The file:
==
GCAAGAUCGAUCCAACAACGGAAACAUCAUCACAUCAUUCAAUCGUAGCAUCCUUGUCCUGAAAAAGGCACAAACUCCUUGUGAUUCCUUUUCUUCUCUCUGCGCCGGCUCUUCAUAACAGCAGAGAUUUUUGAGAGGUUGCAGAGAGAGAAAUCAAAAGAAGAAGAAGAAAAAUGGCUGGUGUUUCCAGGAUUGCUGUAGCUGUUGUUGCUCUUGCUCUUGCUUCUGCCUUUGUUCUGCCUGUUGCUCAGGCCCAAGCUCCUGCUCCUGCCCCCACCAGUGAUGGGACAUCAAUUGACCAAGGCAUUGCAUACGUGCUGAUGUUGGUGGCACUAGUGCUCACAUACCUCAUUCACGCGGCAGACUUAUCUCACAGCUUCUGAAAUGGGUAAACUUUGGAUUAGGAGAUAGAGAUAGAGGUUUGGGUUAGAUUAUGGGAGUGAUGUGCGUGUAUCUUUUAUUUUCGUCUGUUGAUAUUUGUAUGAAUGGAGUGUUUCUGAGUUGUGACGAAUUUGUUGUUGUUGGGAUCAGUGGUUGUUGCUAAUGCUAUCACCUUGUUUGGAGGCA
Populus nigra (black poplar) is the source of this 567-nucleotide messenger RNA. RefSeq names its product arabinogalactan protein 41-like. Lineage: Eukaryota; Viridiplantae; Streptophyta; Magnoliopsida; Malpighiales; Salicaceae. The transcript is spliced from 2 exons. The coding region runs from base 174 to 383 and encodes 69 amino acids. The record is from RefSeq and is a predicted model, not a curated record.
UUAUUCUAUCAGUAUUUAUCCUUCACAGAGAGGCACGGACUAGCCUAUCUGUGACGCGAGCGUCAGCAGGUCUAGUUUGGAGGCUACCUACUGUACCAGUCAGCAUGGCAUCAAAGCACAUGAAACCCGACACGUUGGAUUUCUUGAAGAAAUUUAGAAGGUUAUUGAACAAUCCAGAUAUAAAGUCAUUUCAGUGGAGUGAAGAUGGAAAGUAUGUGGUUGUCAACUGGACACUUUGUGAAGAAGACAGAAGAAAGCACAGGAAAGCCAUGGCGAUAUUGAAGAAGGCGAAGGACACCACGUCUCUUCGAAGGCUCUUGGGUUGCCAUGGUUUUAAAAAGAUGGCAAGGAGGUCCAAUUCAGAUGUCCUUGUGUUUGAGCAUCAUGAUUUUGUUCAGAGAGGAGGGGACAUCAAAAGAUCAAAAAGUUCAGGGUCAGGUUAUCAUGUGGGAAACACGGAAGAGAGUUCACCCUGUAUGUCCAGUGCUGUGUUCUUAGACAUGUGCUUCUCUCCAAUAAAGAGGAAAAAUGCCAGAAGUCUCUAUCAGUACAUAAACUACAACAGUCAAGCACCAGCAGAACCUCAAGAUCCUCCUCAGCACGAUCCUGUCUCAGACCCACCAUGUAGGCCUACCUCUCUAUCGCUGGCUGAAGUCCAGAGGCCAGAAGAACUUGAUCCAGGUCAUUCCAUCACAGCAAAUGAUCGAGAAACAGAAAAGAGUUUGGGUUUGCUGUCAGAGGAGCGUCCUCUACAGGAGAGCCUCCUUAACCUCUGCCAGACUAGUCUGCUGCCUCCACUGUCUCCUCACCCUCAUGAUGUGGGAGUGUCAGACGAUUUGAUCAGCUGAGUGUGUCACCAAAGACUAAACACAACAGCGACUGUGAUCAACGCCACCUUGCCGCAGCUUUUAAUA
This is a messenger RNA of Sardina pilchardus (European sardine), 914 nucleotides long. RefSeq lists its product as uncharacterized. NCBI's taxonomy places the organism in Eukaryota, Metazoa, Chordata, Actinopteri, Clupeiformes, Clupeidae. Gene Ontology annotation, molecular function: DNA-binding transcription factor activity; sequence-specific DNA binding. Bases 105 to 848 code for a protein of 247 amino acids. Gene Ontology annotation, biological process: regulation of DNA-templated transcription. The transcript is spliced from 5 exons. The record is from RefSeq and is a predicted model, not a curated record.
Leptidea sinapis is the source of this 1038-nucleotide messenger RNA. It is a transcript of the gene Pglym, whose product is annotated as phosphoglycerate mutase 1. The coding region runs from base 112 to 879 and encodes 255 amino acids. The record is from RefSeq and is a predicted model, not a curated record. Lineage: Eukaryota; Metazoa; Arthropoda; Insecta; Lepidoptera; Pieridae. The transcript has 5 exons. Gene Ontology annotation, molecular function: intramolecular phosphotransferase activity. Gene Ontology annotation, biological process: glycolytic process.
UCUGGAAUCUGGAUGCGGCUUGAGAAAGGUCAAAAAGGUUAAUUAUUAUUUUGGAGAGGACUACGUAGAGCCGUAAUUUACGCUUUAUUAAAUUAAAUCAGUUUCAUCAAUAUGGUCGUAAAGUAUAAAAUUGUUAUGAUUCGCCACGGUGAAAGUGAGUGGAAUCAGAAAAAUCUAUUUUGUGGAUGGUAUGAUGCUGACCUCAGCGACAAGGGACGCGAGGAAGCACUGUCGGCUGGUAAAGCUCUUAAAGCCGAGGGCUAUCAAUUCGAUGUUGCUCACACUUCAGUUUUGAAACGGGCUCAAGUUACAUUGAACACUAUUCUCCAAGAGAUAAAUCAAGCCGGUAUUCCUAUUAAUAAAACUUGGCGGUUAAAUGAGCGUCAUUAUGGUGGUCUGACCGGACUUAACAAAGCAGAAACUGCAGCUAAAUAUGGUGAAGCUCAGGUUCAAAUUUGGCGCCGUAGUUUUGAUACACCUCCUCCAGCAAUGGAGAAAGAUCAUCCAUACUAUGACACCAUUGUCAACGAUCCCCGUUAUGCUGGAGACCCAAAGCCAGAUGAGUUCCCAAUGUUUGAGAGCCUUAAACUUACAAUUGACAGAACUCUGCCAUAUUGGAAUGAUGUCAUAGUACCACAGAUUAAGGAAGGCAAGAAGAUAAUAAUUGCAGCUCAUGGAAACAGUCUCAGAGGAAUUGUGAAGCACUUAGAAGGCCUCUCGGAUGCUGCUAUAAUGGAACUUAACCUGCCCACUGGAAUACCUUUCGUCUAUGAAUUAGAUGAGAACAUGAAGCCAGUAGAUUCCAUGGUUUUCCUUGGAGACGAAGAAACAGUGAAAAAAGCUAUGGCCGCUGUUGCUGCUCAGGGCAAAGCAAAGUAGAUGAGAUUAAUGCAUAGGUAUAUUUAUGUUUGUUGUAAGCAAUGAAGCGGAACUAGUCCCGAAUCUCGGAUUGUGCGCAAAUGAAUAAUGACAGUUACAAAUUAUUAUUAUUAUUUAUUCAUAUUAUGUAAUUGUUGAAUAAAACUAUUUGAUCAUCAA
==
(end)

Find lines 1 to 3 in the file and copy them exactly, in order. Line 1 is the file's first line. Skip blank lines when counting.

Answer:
GCAAGAUCGAUCCAACAACGGAAACAUCAUCACAUCAUUCAAUCGUAGCAUCCUUGUCCUGAAAAAGGCACAAACUCCUUGUGAUUCCUUUUCUUCUCUCUGCGCCGGCUCUUCAUAACAGCAGAGAUUUUUGAGAGGUUGCAGAGAGAGAAAUCAAAAGAAGAAGAAGAAAAAUGGCUGGUGUUUCCAGGAUUGCUGUAGCUGUUGUUGCUCUUGCUCUUGCUUCUGCCUUUGUUCUGCCUGUUGCUCAGGCCCAAGCUCCUGCUCCUGCCCCCACCAGUGAUGGGACAUCAAUUGACCAAGGCAUUGCAUACGUGCUGAUGUUGGUGGCACUAGUGCUCACAUACCUCAUUCACGCGGCAGACUUAUCUCACAGCUUCUGAAAUGGGUAAACUUUGGAUUAGGAGAUAGAGAUAGAGGUUUGGGUUAGAUUAUGGGAGUGAUGUGCGUGUAUCUUUUAUUUUCGUCUGUUGAUAUUUGUAUGAAUGGAGUGUUUCUGAGUUGUGACGAAUUUGUUGUUGUUGGGAUCAGUGGUUGUUGCUAAUGCUAUCACCUUGUUUGGAGGCA
Populus nigra (black poplar) is the source of this 567-nucleotide messenger RNA. RefSeq names its product arabinogalactan protein 41-like. Lineage: Eukaryota; Viridiplantae; Streptophyta; Magnoliopsida; Malpighiales; Salicaceae. The transcript is spliced from 2 exons. The coding region runs from base 174 to 383 and encodes 69 amino acids. The record is from RefSeq and is a predicted model, not a curated record.
UUAUUCUAUCAGUAUUUAUCCUUCACAGAGAGGCACGGACUAGCCUAUCUGUGACGCGAGCGUCAGCAGGUCUAGUUUGGAGGCUACCUACUGUACCAGUCAGCAUGGCAUCAAAGCACAUGAAACCCGACACGUUGGAUUUCUUGAAGAAAUUUAGAAGGUUAUUGAACAAUCCAGAUAUAAAGUCAUUUCAGUGGAGUGAAGAUGGAAAGUAUGUGGUUGUCAACUGGACACUUUGUGAAGAAGACAGAAGAAAGCACAGGAAAGCCAUGGCGAUAUUGAAGAAGGCGAAGGACACCACGUCUCUUCGAAGGCUCUUGGGUUGCCAUGGUUUUAAAAAGAUGGCAAGGAGGUCCAAUUCAGAUGUCCUUGUGUUUGAGCAUCAUGAUUUUGUUCAGAGAGGAGGGGACAUCAAAAGAUCAAAAAGUUCAGGGUCAGGUUAUCAUGUGGGAAACACGGAAGAGAGUUCACCCUGUAUGUCCAGUGCUGUGUUCUUAGACAUGUGCUUCUCUCCAAUAAAGAGGAAAAAUGCCAGAAGUCUCUAUCAGUACAUAAACUACAACAGUCAAGCACCAGCAGAACCUCAAGAUCCUCCUCAGCACGAUCCUGUCUCAGACCCACCAUGUAGGCCUACCUCUCUAUCGCUGGCUGAAGUCCAGAGGCCAGAAGAACUUGAUCCAGGUCAUUCCAUCACAGCAAAUGAUCGAGAAACAGAAAAGAGUUUGGGUUUGCUGUCAGAGGAGCGUCCUCUACAGGAGAGCCUCCUUAACCUCUGCCAGACUAGUCUGCUGCCUCCACUGUCUCCUCACCCUCAUGAUGUGGGAGUGUCAGACGAUUUGAUCAGCUGAGUGUGUCACCAAAGACUAAACACAACAGCGACUGUGAUCAACGCCACCUUGCCGCAGCUUUUAAUA